This is NOT a negative rant. This is me speaking up after much thought and conversation with smart, capable recovered addicts sharing my similar frustrations and confusion.
With regard to drug policy and change, it’s my opinion that often the voices of the those in recovery are being ignored and dismissed . I am not only the mother of a beautiful and sweet daughter lost to addiction, I’m a recovered addict . Neither of us looked or seemed like your typical idea of a “junkie”. However, as we all know by now, addiction doesn’t discriminate. This begs the question, so why do we?
I wonder as I’ve heard it suggested, would the public and government be simply placating and sympathizing with mother’s of those lost to addiction by entertaining their public platforms or even occasionally acting on requested reforms? Are the opinions of “book experts” in the field of substance abuse more likely to be respected over an addict’s because the addict is too sick or under educated to understand their own disease? I don’t necessarily believe those things but I do wonder why we are not as present in these discussions as we should be. Maybe we just have to strategize or yell our way to a place at the table.
While I’m sure well intended, many say they care about the addicted and are representing us by fighting for change, yet, are we really represented ? I guess I’m asking , do they really care about changing the way the addicted are treated and saving LIVES …or do they just care about giving a voice to the life of their child lost to addiction? And if they truly care about those addicted, why dismiss their input on the subject affecting them? A subject they are in arguably an expert on? A subject they can enlighten those, the confused and hurting family member of a lost loved one on?
Why are those renowned voices asking for donations from the indigent addict? So much to think about but, I’m falling asleep.
I’ve always been like a lion protecting her cub for the underdog. I guess the is me doing this in my way.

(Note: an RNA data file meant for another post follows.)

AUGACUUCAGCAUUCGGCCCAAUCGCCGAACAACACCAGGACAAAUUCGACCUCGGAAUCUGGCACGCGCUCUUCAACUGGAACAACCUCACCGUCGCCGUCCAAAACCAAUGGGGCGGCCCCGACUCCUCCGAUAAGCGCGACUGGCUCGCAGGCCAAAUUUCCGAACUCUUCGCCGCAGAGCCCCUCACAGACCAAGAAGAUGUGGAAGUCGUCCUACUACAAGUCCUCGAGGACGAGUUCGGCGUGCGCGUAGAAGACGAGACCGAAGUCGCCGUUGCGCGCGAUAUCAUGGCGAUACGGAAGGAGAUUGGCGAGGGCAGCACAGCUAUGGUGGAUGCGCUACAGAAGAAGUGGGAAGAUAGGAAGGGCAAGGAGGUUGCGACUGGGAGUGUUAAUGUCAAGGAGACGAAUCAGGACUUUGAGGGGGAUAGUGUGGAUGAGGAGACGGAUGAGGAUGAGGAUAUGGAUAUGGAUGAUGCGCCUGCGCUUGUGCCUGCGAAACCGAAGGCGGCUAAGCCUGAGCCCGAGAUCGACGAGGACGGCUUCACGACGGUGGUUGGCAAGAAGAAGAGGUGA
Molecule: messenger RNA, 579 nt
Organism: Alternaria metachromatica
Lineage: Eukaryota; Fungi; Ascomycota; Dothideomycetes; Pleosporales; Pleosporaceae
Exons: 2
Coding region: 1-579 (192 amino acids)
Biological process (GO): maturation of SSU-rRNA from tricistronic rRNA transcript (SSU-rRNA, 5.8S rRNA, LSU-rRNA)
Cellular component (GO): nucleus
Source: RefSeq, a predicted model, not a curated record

Some of the wisest, brightest, creative and most charismatic people are addicts. We are articulate and passionate . It all started out as with everyone, all about life and love and those in our world. Then somewhere along the way we broke and descended and it became about our obsession with a drug. But, if we stay alive and recover, it becomes about a passion to share our journey of survival from hell with everyone, even those outside our little worlds. But, I believe it can be more than just shared horror stories. I think the answer lies in the gory details and we have as much insight as anyone on what it takes to fight this epidemic. Some of us want to do more than scare everyone with our tragic stories, we want to find solutions to prevent agony for others.
Yes, losing a child is a powerful reason to come forward and advocate and is my primary motivator but, I’m also driven by a sense that we need to be heard if not understood. Respected if not liked. That’s the only way to save lives.
If you want to eliminate stigma and shame for those LIKE your child lost to addiction, don’t contribute to the cycle of continuing it. Sit down with someone who shared your loved one’s disease and ask them what they endured. How they felt. A stranger could answer your questions better than any doctor ever could.
Did you know that some of the smartest, most creative and empathetic historical figures struggled with addiction? Google or Bing it. It’s real.
Please understand, we thank you for your love but we too have something to offer the world , starting with some advice on how to help US… 😉
Personally, I just want to sit down with mom’s and share in their loss. I want to hug an addict and tell them they’re not a reject. I want to tell the world that it’s complicated but then again, it’s not.
Addiction is the opposite of connection. Don’t just make this rhetoric, walk the walk and listen to those you seek to help.
Just so you know, we thank you and love you for battling for us… with us. We can’t do it without you …and you can’t do it without us either. ♡